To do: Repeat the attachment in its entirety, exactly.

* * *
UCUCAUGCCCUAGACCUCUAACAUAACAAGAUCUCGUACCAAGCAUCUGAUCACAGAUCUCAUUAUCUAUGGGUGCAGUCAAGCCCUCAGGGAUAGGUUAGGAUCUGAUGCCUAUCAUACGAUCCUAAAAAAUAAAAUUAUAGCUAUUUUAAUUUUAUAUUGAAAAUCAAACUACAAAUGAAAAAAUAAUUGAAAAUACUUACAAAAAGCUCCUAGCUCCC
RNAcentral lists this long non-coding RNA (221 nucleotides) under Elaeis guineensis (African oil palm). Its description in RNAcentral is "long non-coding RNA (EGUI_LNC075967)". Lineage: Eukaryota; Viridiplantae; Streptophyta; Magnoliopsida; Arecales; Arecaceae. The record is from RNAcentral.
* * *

UCUCAUGCCCUAGACCUCUAACAUAACAAGAUCUCGUACCAAGCAUCUGAUCACAGAUCUCAUUAUCUAUGGGUGCAGUCAAGCCCUCAGGGAUAGGUUAGGAUCUGAUGCCUAUCAUACGAUCCUAAAAAAUAAAAUUAUAGCUAUUUUAAUUUUAUAUUGAAAAUCAAACUACAAAUGAAAAAAUAAUUGAAAAUACUUACAAAAAGCUCCUAGCUCCC
RNAcentral lists this long non-coding RNA (221 nucleotides) under Elaeis guineensis (African oil palm). Its description in RNAcentral is "long non-coding RNA (EGUI_LNC075967)". Lineage: Eukaryota; Viridiplantae; Streptophyta; Magnoliopsida; Arecales; Arecaceae. The record is from RNAcentral.